Joint Efforts Turn Refugees into Neighbors


Seven months have passed since the first refugees fleeing Afghanistan arrived in the United States. Operation Allies Welcome, the first phase of the U.S. military’s efforts to house and relocate the Afghan guests, has wound down in New Jersey. Catholic Charities, Diocese of Trenton would like to take this opportunity to thank everyone who supported our efforts to welcome and sustain the 13,000 refugees during a traumatic and trying period in their lives.

“We were on the ground before day one,” said Associate Executive Director of Operations Susan Loughery. “When Bill Canny called, we got right to work.” Canny is the Executive Director of Migration and Refugee Services of the U.S. Conference of Catholic Bishops (USCCB). “Our staff were right there when the planes landed with toys, crafts and art supplies for the children,” she said. In the early days, as the Afghan guests were acclimating to life in Liberty Village on Joint Base McGuire-Dix-Lakehurst, CCT staff supported the USCCB’s mission of providing Morale, Wellness and Recreation (MWR). “Once USCCB was able to get its staff on site to take over MWR activities, we pivoted to support the guests with practical aspects of resettlement,” said Loughery.

Creating Partnerships

Three women, all smiling, stand facing the camera. An American flag hands in the background.

Assistant Executive Director Susan Loughery (center) worked closely with US Air Force Majors Althea Ellis-Jones and Roxanne Nicholas, both registered nurses, the leaders of the Infant and Pediatric Workgroup for Task Force Liberty.

“We secured space and worked with local partners to set up a computer lab, provide vocational training and provide educational webinars,” said Loughery. “We worked closely with the NJ State Police’s Muslim Officers’ Society to offer driver education classes. We were also pleased to partner with the Hackensack Meridian School of Medicine’s faculty to help the guests in medical professions learn how to establish their credentials so they can practice medicine here.” Loughery said CCT nursing students worked with the Surgeon General’s team providing nursing support. “We were able to engage the next generation of our workforce in caring for the most vulnerable in the community,” she said.

Loughery said the network of state and local government agencies, faith-based organizations and businesses that came together to provide support to the Afghan guests in their time of need was vast. The offices of U.S. Congressmen Andy Kim and Chris Smith, the NJ Departments of Health, Human Services and Children and Family Services and the Center for FaithJustice all jumped in to provide support. She noted RWJ Barnabas and Rapps Pharmacy contributed medical supplies.

Contributions from the Community

“The response from our donors and the parishes has been truly heartwarming,” said Jenn Leip, Interim Director of Development and Marketing. “Since August, we have collected more than $100,000 in donations earmarked specifically to support the refugees. That funding was used to create recreational centers, theaters, barber shops and salons. It was also used to fund specific medical needs, like glasses and wheelchairs,” she said. In addition to monetary gifts, the community rallied with donations of clothes, games, toys and arts & craft supplies. “We set up a wish list on Amazon and thousands of donations were delivered right to the Joint Base. A steady stream of contributions came in to our offices as well and were delivered weekly by Community Service Area Director Arnold Valentin and his team,” she said. “Many of the guests fled with just the clothes on their backs and it was gratifying to see such an overwhelming response to meet their basic needs.”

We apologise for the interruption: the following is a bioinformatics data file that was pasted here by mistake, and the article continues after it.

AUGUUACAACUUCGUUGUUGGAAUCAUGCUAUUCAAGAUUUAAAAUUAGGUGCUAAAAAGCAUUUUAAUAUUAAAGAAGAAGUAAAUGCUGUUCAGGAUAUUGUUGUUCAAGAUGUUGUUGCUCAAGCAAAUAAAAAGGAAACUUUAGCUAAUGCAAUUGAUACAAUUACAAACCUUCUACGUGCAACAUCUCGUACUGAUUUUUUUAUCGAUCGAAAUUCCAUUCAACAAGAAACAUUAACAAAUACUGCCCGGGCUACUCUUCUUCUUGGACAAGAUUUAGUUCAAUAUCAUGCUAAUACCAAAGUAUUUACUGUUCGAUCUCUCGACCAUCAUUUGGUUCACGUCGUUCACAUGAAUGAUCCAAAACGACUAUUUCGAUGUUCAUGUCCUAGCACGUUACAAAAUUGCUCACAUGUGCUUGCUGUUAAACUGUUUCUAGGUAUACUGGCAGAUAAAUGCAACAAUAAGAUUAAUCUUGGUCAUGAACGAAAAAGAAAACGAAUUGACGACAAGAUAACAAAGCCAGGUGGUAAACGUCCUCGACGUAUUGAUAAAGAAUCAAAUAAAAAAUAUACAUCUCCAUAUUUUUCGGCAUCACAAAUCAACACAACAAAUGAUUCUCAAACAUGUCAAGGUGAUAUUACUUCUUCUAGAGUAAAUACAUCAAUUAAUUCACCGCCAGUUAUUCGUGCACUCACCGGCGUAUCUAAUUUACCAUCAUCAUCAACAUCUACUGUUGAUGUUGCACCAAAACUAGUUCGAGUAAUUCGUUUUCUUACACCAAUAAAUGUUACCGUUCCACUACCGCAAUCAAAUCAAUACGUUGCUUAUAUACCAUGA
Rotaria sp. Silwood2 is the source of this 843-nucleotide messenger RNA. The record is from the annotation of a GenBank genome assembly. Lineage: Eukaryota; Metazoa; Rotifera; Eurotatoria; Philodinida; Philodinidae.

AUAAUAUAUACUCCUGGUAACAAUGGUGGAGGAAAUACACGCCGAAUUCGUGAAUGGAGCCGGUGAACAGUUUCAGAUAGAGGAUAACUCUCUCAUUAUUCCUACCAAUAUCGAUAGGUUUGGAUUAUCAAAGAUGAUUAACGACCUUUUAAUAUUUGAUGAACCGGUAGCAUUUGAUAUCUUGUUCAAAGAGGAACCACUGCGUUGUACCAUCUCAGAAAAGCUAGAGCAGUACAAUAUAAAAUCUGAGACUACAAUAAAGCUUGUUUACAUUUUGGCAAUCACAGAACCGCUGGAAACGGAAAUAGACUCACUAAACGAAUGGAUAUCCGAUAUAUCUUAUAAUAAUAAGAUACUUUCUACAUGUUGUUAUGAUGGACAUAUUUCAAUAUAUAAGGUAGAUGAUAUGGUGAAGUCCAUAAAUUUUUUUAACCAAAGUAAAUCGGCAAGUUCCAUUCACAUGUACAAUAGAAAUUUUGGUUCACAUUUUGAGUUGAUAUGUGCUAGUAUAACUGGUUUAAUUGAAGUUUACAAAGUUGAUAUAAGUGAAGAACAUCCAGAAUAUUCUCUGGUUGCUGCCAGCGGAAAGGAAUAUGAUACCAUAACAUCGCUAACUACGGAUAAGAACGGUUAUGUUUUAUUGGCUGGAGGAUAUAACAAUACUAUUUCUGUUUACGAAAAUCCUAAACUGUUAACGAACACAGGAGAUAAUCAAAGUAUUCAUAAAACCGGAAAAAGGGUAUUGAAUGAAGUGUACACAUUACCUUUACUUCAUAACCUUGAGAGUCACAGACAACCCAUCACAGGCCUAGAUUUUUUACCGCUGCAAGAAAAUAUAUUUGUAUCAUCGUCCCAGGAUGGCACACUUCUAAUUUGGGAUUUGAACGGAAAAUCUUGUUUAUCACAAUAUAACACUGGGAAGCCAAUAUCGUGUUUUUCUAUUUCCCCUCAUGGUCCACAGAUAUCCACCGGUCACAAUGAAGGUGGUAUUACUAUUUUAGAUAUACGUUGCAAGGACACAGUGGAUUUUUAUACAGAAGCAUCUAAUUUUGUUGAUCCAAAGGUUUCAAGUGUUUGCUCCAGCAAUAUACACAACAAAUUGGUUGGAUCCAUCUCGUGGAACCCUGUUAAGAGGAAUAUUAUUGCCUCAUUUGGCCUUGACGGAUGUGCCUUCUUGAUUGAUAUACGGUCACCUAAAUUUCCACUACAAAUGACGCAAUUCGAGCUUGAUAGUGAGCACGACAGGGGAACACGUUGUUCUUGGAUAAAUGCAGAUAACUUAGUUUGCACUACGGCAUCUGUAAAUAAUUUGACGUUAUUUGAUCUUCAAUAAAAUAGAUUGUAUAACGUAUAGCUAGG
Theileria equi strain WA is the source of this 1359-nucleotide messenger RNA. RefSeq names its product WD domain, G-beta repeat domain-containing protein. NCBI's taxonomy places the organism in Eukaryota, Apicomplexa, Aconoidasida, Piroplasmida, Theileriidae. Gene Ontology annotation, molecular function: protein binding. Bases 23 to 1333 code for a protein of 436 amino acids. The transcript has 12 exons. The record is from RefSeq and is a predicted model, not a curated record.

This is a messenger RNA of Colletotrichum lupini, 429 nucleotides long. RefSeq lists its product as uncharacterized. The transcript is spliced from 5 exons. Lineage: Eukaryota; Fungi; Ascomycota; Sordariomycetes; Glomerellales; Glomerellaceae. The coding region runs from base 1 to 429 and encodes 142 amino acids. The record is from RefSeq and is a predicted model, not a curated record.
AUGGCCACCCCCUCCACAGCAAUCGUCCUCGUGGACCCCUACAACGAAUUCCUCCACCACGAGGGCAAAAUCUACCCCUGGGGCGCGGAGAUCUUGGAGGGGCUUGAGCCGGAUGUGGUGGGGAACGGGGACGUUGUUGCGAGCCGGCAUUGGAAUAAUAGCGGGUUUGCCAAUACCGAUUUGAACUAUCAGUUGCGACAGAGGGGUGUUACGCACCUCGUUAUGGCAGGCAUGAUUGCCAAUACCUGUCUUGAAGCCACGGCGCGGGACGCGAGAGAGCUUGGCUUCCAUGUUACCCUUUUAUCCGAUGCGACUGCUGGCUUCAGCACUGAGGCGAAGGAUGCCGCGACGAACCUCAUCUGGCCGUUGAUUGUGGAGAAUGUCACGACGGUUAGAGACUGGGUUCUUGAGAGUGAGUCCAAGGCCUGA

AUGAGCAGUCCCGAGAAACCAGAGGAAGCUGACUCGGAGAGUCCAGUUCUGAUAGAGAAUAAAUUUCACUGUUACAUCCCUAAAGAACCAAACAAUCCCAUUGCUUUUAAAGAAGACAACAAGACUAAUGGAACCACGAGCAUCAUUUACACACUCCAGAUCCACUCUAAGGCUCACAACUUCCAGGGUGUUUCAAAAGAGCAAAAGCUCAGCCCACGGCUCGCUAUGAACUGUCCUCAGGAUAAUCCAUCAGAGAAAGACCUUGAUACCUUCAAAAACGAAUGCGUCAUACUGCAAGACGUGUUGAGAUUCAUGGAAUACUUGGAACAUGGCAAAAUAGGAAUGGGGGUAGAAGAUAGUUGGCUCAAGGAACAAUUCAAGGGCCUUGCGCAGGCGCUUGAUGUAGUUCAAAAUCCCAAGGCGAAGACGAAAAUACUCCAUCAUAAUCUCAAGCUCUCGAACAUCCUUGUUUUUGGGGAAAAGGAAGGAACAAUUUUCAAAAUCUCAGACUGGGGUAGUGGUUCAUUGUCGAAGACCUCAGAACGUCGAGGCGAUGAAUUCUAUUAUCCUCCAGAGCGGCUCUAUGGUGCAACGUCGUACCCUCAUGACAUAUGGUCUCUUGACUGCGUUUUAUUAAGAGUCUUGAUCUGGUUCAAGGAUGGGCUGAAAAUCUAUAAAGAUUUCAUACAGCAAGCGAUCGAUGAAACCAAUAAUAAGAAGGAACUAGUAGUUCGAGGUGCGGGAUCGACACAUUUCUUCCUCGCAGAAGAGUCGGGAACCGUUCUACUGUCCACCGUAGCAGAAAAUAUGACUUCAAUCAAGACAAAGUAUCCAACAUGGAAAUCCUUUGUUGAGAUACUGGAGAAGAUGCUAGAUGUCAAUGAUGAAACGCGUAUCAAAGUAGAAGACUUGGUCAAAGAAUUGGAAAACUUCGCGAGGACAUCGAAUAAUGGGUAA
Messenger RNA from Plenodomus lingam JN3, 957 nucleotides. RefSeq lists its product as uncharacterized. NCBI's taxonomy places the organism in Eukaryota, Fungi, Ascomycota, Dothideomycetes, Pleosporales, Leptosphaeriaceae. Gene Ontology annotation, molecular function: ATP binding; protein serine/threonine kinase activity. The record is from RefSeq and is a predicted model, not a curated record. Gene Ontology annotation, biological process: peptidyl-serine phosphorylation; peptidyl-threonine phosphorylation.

“Many of the guests were women and children,” said Loughery. “And there were also many pregnant women among the guests. We knew we needed to get baby supplies to ensure the newborn guests got a good start in life.” Board of Trustees member John Kuchinski and his wife Donna were instrumental in conducting Operation Babies Welcome, a drive that secured a truckload full of bassinets for safe sleeping, strollers and other infant necessities.

Staff members stepping up

“We could not have accomplished all we did for the Afghan guests without the emphatic and enthusiastic response we received from the employees of Catholic Charities,” said Loughery. Service Area Director of Children and Family Services Mary Pettrow and Service Area Clinical Director of Children and Family Services Caryn Hirsch helped the Joint Base team problem solve and helped guests connect to the NJ Department of Children and Families infrastructure. Ada Orsorio provided a steady presence at the Community Resource and Resiliency Center (CRRC) and so many from the Providence House Domestic Violence Services, CAS and Children and Family Services teams volunteered to take shifts to provide comfort and assistance to the guests.

Additionally, the NJ Hope and Healing team were regular visitors to provide support. Chief Nurse Executive Lisa Merritt and her nursing staff supported the Navy medical teams.

Approximately 500 of the Afghan guests are resettling in New Jersey. The others have been relocated through resettlement centers around the country. Loughery noted that CCT will be actively involved in supporting the guests who remain in the state as they adjust to life here. “We will be working with the network of partners we created during Operation Allies Welcome to continue to support our new neighbors with information, vocational training and access to healthcare. We want to help them along their journeys and let them know the spirit of welcome remains strong.”

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